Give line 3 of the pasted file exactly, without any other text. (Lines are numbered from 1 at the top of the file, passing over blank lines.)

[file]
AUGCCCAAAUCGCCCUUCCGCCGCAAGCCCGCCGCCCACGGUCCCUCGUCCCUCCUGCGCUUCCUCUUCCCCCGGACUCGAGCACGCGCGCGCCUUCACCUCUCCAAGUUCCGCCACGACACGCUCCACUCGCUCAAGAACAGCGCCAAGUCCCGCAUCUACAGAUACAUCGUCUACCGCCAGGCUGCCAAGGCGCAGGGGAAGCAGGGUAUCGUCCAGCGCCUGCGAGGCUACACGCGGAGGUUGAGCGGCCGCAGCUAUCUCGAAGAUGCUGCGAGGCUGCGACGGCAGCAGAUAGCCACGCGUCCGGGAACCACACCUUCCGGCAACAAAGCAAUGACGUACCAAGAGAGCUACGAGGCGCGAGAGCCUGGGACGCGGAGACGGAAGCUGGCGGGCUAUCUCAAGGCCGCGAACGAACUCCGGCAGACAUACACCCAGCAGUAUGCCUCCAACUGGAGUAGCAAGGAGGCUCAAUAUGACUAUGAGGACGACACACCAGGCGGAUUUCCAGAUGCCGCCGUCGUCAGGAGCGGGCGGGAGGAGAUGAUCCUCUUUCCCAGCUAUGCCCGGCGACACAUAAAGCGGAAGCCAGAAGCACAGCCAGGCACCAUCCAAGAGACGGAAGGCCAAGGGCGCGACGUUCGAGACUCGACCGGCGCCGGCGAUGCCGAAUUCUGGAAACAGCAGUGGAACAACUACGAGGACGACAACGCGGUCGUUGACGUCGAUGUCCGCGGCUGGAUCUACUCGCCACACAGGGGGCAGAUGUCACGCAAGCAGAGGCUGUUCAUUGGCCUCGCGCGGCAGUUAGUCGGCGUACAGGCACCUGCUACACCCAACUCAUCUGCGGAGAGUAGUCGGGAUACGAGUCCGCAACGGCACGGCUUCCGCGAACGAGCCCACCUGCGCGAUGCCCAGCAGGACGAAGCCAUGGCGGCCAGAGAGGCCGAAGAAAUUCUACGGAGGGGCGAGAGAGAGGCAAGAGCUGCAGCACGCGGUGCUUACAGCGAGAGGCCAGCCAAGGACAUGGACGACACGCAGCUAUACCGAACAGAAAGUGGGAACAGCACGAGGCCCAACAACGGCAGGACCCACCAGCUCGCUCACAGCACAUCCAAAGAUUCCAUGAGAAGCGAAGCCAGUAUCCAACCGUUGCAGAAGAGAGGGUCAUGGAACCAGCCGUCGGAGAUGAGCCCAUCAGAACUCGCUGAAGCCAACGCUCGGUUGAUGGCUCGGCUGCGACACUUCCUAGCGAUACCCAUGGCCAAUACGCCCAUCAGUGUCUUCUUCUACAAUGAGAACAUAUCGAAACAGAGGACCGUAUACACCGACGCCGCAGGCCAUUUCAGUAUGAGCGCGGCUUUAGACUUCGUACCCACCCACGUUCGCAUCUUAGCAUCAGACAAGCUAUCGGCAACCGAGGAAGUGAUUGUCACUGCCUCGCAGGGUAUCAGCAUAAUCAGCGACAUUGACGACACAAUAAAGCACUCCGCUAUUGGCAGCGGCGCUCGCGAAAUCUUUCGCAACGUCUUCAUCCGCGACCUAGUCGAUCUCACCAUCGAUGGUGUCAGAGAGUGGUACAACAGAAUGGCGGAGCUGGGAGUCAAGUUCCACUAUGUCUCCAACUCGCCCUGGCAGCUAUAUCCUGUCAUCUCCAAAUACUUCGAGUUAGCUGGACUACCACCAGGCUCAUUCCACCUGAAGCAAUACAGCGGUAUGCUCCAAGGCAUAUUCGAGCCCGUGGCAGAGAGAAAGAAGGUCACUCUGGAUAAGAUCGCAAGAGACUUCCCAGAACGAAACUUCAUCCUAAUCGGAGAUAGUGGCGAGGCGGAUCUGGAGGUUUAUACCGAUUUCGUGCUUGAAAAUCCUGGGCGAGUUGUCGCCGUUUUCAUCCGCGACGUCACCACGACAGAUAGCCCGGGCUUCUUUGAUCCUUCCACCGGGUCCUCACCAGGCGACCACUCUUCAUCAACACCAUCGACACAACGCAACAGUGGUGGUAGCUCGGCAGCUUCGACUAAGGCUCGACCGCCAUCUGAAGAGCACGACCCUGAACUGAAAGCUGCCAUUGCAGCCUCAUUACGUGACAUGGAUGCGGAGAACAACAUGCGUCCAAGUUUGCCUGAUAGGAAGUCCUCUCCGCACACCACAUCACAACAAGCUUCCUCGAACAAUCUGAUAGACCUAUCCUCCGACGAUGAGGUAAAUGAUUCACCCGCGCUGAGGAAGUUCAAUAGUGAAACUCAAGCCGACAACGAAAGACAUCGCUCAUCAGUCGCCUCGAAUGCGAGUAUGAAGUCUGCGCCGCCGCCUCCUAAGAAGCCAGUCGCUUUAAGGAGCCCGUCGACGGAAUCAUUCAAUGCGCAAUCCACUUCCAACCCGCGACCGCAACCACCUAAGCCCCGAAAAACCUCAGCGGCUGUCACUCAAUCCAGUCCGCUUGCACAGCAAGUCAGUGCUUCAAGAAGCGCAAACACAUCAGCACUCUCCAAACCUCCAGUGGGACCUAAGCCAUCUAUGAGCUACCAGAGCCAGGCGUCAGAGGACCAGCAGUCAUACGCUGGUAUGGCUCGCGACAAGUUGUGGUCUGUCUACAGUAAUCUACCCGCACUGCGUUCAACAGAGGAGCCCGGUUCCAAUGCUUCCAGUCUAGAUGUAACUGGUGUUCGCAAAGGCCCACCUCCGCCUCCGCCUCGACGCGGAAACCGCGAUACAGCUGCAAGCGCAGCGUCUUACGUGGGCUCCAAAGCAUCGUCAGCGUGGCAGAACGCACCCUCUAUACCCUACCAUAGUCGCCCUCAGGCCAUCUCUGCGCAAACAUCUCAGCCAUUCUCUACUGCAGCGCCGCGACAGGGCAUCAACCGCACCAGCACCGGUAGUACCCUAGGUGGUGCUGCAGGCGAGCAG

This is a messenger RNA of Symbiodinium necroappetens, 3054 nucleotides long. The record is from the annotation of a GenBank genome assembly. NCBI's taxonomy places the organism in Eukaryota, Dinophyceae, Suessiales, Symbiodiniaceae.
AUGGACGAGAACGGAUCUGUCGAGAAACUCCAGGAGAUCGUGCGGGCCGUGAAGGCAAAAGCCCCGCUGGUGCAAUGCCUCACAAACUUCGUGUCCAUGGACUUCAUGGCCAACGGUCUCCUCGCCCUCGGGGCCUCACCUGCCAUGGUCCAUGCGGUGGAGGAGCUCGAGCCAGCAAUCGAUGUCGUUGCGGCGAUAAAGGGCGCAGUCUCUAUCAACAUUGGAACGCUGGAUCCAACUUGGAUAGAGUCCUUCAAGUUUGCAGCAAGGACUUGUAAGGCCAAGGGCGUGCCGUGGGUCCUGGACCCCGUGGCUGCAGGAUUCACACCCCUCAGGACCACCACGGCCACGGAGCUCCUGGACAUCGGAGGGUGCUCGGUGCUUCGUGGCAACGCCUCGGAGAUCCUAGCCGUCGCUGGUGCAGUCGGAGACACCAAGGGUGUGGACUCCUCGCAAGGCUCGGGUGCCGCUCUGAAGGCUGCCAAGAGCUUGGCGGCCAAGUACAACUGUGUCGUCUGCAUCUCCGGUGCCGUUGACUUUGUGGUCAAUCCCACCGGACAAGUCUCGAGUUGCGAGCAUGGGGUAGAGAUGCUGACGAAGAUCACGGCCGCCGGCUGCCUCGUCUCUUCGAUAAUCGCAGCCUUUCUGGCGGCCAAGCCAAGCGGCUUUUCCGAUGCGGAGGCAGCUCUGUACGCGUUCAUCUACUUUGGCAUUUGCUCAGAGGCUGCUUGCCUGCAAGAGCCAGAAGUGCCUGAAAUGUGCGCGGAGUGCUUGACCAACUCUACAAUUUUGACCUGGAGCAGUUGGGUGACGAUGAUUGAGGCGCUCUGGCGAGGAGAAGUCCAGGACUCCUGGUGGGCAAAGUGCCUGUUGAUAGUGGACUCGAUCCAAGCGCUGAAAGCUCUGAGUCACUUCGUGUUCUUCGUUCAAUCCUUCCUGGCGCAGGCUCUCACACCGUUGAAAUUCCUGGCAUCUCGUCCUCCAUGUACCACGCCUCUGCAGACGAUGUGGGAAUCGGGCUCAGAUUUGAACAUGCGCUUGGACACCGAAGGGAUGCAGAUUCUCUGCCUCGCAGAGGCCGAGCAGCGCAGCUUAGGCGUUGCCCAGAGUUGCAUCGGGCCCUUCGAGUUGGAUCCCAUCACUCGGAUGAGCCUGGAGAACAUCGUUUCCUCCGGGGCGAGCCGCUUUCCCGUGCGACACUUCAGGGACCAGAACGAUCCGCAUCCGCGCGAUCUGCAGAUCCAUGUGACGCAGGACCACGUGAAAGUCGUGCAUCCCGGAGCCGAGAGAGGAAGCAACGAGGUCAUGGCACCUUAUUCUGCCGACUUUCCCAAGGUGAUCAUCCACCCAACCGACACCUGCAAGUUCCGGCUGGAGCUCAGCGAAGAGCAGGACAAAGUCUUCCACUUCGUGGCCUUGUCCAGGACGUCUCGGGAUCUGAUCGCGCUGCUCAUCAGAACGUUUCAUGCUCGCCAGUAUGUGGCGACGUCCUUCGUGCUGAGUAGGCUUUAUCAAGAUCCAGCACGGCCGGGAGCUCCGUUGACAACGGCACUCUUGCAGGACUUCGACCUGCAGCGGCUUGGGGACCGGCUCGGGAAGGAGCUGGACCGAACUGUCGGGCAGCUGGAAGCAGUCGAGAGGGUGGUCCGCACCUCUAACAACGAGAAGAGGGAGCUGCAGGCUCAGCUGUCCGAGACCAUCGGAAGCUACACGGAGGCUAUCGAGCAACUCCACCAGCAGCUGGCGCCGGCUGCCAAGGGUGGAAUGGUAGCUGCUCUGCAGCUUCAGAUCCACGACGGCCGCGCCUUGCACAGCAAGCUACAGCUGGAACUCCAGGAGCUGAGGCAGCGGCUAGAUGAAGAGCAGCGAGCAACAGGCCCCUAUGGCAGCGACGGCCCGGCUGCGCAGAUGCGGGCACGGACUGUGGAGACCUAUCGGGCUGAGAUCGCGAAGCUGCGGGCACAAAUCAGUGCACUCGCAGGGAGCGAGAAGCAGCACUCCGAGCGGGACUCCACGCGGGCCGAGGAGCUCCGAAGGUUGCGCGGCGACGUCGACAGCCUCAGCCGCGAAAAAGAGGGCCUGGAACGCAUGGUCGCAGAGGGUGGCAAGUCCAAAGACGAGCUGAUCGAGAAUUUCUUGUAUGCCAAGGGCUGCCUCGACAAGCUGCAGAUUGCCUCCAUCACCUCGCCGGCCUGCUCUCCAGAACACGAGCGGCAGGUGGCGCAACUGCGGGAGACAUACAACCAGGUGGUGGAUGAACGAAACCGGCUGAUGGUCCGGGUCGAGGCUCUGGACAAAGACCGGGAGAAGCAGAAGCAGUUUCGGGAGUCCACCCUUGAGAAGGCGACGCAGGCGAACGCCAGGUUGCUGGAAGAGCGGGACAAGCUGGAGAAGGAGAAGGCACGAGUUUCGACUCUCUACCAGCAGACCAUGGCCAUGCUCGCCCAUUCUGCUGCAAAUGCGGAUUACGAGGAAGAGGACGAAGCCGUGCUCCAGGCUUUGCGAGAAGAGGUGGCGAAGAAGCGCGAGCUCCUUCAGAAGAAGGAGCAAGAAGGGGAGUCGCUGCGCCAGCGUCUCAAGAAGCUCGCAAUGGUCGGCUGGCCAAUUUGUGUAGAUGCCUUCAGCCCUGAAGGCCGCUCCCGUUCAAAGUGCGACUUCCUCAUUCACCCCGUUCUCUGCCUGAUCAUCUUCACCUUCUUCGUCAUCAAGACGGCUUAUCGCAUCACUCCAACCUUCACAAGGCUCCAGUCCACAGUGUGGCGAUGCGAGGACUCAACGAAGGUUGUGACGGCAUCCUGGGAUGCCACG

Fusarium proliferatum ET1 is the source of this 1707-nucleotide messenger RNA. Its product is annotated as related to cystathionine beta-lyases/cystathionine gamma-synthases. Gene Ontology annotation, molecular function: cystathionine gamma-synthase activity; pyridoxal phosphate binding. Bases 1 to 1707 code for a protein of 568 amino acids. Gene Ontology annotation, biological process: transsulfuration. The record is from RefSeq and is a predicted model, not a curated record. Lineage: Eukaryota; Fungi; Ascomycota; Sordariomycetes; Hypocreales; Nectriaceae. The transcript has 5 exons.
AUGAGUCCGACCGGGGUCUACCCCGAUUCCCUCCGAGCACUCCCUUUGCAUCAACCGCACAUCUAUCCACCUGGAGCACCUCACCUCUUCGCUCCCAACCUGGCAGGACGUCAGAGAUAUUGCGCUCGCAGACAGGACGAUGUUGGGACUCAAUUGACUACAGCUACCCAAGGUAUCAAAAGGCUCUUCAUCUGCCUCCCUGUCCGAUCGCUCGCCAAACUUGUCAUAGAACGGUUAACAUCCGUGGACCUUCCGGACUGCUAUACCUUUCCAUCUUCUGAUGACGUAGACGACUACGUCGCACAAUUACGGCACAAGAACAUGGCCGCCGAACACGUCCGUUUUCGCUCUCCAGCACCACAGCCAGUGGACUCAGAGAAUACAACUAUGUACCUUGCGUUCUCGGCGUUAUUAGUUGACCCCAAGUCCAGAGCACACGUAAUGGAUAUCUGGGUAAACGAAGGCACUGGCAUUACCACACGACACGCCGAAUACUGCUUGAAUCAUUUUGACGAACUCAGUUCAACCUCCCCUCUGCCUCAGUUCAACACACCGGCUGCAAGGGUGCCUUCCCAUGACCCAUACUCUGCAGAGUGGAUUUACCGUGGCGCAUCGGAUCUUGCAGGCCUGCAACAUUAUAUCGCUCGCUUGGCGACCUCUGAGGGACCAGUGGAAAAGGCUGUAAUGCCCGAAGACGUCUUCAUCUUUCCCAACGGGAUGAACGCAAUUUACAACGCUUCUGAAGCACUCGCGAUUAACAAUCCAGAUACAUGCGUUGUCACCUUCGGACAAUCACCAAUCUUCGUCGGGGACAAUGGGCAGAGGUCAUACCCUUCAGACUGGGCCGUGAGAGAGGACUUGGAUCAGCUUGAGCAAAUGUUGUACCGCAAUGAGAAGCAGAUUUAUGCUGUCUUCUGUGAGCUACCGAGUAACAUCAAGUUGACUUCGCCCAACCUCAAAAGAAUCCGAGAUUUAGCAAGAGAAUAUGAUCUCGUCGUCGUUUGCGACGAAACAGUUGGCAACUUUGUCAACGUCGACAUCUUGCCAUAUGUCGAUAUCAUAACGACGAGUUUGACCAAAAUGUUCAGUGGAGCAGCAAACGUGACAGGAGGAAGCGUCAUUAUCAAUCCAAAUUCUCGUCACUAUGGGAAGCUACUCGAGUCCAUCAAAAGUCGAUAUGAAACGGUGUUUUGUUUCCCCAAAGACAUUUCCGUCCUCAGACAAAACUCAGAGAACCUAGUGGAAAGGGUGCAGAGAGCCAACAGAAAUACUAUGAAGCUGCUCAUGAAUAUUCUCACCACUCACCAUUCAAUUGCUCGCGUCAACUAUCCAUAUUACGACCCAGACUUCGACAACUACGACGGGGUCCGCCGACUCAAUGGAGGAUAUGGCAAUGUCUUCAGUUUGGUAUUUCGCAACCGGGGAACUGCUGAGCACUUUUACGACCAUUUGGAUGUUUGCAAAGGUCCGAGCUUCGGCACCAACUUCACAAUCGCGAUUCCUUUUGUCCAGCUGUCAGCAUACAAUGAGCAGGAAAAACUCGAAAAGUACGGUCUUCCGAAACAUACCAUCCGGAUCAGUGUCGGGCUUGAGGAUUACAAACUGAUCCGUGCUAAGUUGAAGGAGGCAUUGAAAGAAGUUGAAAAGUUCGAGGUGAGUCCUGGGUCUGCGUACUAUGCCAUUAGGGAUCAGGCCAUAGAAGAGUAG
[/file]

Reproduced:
AUGGACGAGAACGGAUCUGUCGAGAAACUCCAGGAGAUCGUGCGGGCCGUGAAGGCAAAAGCCCCGCUGGUGCAAUGCCUCACAAACUUCGUGUCCAUGGACUUCAUGGCCAACGGUCUCCUCGCCCUCGGGGCCUCACCUGCCAUGGUCCAUGCGGUGGAGGAGCUCGAGCCAGCAAUCGAUGUCGUUGCGGCGAUAAAGGGCGCAGUCUCUAUCAACAUUGGAACGCUGGAUCCAACUUGGAUAGAGUCCUUCAAGUUUGCAGCAAGGACUUGUAAGGCCAAGGGCGUGCCGUGGGUCCUGGACCCCGUGGCUGCAGGAUUCACACCCCUCAGGACCACCACGGCCACGGAGCUCCUGGACAUCGGAGGGUGCUCGGUGCUUCGUGGCAACGCCUCGGAGAUCCUAGCCGUCGCUGGUGCAGUCGGAGACACCAAGGGUGUGGACUCCUCGCAAGGCUCGGGUGCCGCUCUGAAGGCUGCCAAGAGCUUGGCGGCCAAGUACAACUGUGUCGUCUGCAUCUCCGGUGCCGUUGACUUUGUGGUCAAUCCCACCGGACAAGUCUCGAGUUGCGAGCAUGGGGUAGAGAUGCUGACGAAGAUCACGGCCGCCGGCUGCCUCGUCUCUUCGAUAAUCGCAGCCUUUCUGGCGGCCAAGCCAAGCGGCUUUUCCGAUGCGGAGGCAGCUCUGUACGCGUUCAUCUACUUUGGCAUUUGCUCAGAGGCUGCUUGCCUGCAAGAGCCAGAAGUGCCUGAAAUGUGCGCGGAGUGCUUGACCAACUCUACAAUUUUGACCUGGAGCAGUUGGGUGACGAUGAUUGAGGCGCUCUGGCGAGGAGAAGUCCAGGACUCCUGGUGGGCAAAGUGCCUGUUGAUAGUGGACUCGAUCCAAGCGCUGAAAGCUCUGAGUCACUUCGUGUUCUUCGUUCAAUCCUUCCUGGCGCAGGCUCUCACACCGUUGAAAUUCCUGGCAUCUCGUCCUCCAUGUACCACGCCUCUGCAGACGAUGUGGGAAUCGGGCUCAGAUUUGAACAUGCGCUUGGACACCGAAGGGAUGCAGAUUCUCUGCCUCGCAGAGGCCGAGCAGCGCAGCUUAGGCGUUGCCCAGAGUUGCAUCGGGCCCUUCGAGUUGGAUCCCAUCACUCGGAUGAGCCUGGAGAACAUCGUUUCCUCCGGGGCGAGCCGCUUUCCCGUGCGACACUUCAGGGACCAGAACGAUCCGCAUCCGCGCGAUCUGCAGAUCCAUGUGACGCAGGACCACGUGAAAGUCGUGCAUCCCGGAGCCGAGAGAGGAAGCAACGAGGUCAUGGCACCUUAUUCUGCCGACUUUCCCAAGGUGAUCAUCCACCCAACCGACACCUGCAAGUUCCGGCUGGAGCUCAGCGAAGAGCAGGACAAAGUCUUCCACUUCGUGGCCUUGUCCAGGACGUCUCGGGAUCUGAUCGCGCUGCUCAUCAGAACGUUUCAUGCUCGCCAGUAUGUGGCGACGUCCUUCGUGCUGAGUAGGCUUUAUCAAGAUCCAGCACGGCCGGGAGCUCCGUUGACAACGGCACUCUUGCAGGACUUCGACCUGCAGCGGCUUGGGGACCGGCUCGGGAAGGAGCUGGACCGAACUGUCGGGCAGCUGGAAGCAGUCGAGAGGGUGGUCCGCACCUCUAACAACGAGAAGAGGGAGCUGCAGGCUCAGCUGUCCGAGACCAUCGGAAGCUACACGGAGGCUAUCGAGCAACUCCACCAGCAGCUGGCGCCGGCUGCCAAGGGUGGAAUGGUAGCUGCUCUGCAGCUUCAGAUCCACGACGGCCGCGCCUUGCACAGCAAGCUACAGCUGGAACUCCAGGAGCUGAGGCAGCGGCUAGAUGAAGAGCAGCGAGCAACAGGCCCCUAUGGCAGCGACGGCCCGGCUGCGCAGAUGCGGGCACGGACUGUGGAGACCUAUCGGGCUGAGAUCGCGAAGCUGCGGGCACAAAUCAGUGCACUCGCAGGGAGCGAGAAGCAGCACUCCGAGCGGGACUCCACGCGGGCCGAGGAGCUCCGAAGGUUGCGCGGCGACGUCGACAGCCUCAGCCGCGAAAAAGAGGGCCUGGAACGCAUGGUCGCAGAGGGUGGCAAGUCCAAAGACGAGCUGAUCGAGAAUUUCUUGUAUGCCAAGGGCUGCCUCGACAAGCUGCAGAUUGCCUCCAUCACCUCGCCGGCCUGCUCUCCAGAACACGAGCGGCAGGUGGCGCAACUGCGGGAGACAUACAACCAGGUGGUGGAUGAACGAAACCGGCUGAUGGUCCGGGUCGAGGCUCUGGACAAAGACCGGGAGAAGCAGAAGCAGUUUCGGGAGUCCACCCUUGAGAAGGCGACGCAGGCGAACGCCAGGUUGCUGGAAGAGCGGGACAAGCUGGAGAAGGAGAAGGCACGAGUUUCGACUCUCUACCAGCAGACCAUGGCCAUGCUCGCCCAUUCUGCUGCAAAUGCGGAUUACGAGGAAGAGGACGAAGCCGUGCUCCAGGCUUUGCGAGAAGAGGUGGCGAAGAAGCGCGAGCUCCUUCAGAAGAAGGAGCAAGAAGGGGAGUCGCUGCGCCAGCGUCUCAAGAAGCUCGCAAUGGUCGGCUGGCCAAUUUGUGUAGAUGCCUUCAGCCCUGAAGGCCGCUCCCGUUCAAAGUGCGACUUCCUCAUUCACCCCGUUCUCUGCCUGAUCAUCUUCACCUUCUUCGUCAUCAAGACGGCUUAUCGCAUCACUCCAACCUUCACAAGGCUCCAGUCCACAGUGUGGCGAUGCGAGGACUCAACGAAGGUUGUGACGGCAUCCUGGGAUGCCACG